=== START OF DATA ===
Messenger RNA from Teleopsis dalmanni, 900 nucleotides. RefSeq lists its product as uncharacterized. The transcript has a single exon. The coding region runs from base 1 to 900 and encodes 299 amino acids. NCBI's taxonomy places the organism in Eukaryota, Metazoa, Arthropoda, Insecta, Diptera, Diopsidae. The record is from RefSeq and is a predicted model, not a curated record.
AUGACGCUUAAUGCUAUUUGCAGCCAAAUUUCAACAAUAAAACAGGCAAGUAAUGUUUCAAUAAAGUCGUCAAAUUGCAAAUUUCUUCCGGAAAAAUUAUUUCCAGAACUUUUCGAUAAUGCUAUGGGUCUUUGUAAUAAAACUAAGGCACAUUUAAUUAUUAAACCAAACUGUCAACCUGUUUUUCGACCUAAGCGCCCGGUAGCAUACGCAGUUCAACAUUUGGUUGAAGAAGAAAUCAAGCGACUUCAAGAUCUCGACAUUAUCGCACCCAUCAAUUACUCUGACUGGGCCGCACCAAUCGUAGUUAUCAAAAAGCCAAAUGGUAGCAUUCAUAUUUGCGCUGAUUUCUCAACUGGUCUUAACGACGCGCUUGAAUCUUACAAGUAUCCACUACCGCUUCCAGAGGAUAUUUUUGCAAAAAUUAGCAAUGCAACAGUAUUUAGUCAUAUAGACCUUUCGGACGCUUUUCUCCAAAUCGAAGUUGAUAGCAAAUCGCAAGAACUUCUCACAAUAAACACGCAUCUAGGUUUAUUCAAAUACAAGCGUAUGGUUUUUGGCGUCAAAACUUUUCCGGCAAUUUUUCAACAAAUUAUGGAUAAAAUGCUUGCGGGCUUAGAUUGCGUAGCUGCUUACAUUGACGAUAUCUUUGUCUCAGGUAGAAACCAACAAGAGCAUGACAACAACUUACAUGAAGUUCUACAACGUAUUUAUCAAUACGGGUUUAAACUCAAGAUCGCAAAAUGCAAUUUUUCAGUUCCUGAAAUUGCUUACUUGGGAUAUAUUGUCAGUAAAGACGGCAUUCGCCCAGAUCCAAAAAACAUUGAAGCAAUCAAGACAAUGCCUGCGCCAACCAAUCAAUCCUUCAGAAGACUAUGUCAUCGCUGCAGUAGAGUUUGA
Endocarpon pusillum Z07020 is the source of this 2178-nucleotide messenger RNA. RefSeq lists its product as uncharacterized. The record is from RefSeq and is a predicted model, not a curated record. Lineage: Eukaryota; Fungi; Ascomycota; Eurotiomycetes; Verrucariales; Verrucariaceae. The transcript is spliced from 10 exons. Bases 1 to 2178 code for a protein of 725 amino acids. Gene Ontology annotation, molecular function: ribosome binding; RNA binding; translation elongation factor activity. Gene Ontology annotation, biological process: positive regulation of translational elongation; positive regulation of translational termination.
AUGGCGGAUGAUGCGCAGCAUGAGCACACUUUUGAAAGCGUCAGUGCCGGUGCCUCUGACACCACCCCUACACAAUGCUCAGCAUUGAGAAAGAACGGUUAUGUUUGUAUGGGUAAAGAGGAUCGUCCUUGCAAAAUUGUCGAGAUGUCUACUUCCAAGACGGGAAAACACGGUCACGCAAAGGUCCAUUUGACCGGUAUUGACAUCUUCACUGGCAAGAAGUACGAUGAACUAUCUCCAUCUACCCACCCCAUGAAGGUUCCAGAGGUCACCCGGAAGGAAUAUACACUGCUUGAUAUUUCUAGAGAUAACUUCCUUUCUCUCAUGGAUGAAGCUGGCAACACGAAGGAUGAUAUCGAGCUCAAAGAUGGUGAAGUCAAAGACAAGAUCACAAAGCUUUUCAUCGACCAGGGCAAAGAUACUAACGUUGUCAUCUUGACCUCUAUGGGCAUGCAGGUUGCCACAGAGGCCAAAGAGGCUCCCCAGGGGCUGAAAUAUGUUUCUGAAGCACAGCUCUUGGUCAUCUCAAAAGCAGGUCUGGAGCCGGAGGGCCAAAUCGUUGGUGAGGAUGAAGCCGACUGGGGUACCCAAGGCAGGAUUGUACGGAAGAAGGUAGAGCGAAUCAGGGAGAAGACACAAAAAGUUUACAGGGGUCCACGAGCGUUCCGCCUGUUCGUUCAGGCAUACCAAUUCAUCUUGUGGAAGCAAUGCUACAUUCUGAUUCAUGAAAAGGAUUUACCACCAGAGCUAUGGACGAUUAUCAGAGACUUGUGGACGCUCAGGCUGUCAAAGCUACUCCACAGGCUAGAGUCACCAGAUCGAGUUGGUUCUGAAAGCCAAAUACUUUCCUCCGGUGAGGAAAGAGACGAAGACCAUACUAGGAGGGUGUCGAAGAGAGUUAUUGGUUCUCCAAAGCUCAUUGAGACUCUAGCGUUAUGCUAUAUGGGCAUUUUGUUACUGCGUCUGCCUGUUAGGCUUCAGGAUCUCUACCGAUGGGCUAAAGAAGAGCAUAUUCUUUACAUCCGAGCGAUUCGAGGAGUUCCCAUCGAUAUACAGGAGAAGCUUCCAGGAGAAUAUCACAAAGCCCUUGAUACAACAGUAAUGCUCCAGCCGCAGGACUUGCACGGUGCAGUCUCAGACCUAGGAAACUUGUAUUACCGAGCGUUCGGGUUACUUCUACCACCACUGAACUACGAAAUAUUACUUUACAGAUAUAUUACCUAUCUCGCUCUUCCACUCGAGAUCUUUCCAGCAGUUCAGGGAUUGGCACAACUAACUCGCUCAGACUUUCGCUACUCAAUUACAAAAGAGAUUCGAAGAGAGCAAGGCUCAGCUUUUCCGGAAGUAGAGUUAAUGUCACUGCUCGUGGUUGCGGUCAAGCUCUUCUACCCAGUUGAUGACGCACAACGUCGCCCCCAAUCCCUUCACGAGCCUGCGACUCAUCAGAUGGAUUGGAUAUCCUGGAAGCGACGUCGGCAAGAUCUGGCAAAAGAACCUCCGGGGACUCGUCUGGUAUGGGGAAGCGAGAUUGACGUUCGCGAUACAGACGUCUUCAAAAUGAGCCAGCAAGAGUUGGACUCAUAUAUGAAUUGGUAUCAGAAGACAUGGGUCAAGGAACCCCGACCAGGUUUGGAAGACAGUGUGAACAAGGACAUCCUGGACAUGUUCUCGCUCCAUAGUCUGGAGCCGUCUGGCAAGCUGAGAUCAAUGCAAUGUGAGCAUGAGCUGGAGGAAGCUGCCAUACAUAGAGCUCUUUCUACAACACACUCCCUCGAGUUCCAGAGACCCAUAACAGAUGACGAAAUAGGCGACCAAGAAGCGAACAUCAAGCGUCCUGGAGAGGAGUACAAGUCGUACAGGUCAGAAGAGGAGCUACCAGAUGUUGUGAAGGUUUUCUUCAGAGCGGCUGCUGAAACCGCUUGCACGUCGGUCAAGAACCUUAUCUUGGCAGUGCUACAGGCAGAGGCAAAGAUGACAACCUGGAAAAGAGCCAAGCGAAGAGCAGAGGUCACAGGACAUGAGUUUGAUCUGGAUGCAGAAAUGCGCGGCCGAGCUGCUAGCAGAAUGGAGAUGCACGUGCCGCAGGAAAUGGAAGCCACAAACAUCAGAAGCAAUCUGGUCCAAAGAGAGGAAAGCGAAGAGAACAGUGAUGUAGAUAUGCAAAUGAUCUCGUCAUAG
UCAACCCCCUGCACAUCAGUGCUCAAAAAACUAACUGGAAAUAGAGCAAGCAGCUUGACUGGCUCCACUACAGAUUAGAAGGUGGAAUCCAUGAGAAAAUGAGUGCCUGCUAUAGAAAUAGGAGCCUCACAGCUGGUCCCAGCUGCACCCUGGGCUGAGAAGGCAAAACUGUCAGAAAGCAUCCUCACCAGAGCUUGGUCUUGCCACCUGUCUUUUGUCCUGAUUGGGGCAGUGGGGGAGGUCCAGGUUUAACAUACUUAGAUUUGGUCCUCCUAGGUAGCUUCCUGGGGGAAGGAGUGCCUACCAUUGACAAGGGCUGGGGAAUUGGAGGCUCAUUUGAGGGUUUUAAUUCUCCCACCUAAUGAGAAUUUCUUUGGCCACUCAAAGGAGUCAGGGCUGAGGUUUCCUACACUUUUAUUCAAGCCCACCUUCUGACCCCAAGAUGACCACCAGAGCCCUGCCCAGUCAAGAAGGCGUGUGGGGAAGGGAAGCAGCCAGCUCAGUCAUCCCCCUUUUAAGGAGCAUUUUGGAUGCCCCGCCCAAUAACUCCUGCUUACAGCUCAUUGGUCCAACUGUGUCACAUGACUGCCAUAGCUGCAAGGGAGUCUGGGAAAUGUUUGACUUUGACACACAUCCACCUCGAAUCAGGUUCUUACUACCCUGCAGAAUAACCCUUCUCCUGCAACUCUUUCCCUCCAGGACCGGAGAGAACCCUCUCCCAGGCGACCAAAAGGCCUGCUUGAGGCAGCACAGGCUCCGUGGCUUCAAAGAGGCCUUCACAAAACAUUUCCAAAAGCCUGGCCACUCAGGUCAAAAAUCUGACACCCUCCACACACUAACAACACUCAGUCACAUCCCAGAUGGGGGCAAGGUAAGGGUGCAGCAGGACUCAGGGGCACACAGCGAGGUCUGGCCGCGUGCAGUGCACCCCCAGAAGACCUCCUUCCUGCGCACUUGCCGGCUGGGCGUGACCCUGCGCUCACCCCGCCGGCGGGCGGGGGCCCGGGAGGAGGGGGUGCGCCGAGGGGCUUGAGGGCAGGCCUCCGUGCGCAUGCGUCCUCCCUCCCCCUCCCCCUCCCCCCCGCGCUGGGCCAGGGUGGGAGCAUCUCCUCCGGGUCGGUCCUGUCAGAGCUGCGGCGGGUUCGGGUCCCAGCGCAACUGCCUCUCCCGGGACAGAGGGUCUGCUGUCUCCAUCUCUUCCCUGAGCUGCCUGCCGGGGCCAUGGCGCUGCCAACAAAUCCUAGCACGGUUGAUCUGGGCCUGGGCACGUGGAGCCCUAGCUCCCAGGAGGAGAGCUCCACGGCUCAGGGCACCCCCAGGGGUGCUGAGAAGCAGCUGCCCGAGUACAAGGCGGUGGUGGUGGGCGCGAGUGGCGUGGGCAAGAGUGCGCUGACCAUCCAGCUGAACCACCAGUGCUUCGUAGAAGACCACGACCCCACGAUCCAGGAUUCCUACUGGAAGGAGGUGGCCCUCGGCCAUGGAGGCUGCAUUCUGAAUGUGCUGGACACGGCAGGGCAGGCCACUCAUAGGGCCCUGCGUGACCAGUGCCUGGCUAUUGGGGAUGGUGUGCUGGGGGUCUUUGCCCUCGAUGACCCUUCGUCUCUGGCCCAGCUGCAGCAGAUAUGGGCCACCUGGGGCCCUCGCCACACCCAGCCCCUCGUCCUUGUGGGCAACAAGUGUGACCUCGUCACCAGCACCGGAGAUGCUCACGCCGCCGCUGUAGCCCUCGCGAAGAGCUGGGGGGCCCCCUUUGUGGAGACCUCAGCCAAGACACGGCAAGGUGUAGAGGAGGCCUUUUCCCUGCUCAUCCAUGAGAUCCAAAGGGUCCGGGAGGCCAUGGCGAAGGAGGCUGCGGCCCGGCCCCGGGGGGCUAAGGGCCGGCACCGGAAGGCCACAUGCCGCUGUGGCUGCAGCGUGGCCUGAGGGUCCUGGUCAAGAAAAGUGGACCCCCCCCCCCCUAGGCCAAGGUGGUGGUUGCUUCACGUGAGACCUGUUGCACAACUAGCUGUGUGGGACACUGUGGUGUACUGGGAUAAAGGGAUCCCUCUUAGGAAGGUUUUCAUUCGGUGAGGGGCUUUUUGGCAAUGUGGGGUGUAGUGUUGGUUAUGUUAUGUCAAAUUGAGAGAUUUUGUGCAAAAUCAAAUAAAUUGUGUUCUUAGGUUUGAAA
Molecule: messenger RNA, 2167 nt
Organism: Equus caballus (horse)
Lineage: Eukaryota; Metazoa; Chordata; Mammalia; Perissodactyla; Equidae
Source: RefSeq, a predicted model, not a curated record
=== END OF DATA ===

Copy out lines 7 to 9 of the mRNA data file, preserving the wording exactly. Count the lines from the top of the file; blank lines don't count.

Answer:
Organism: Equus caballus (horse)
Lineage: Eukaryota; Metazoa; Chordata; Mammalia; Perissodactyla; Equidae
Source: RefSeq, a predicted model, not a curated record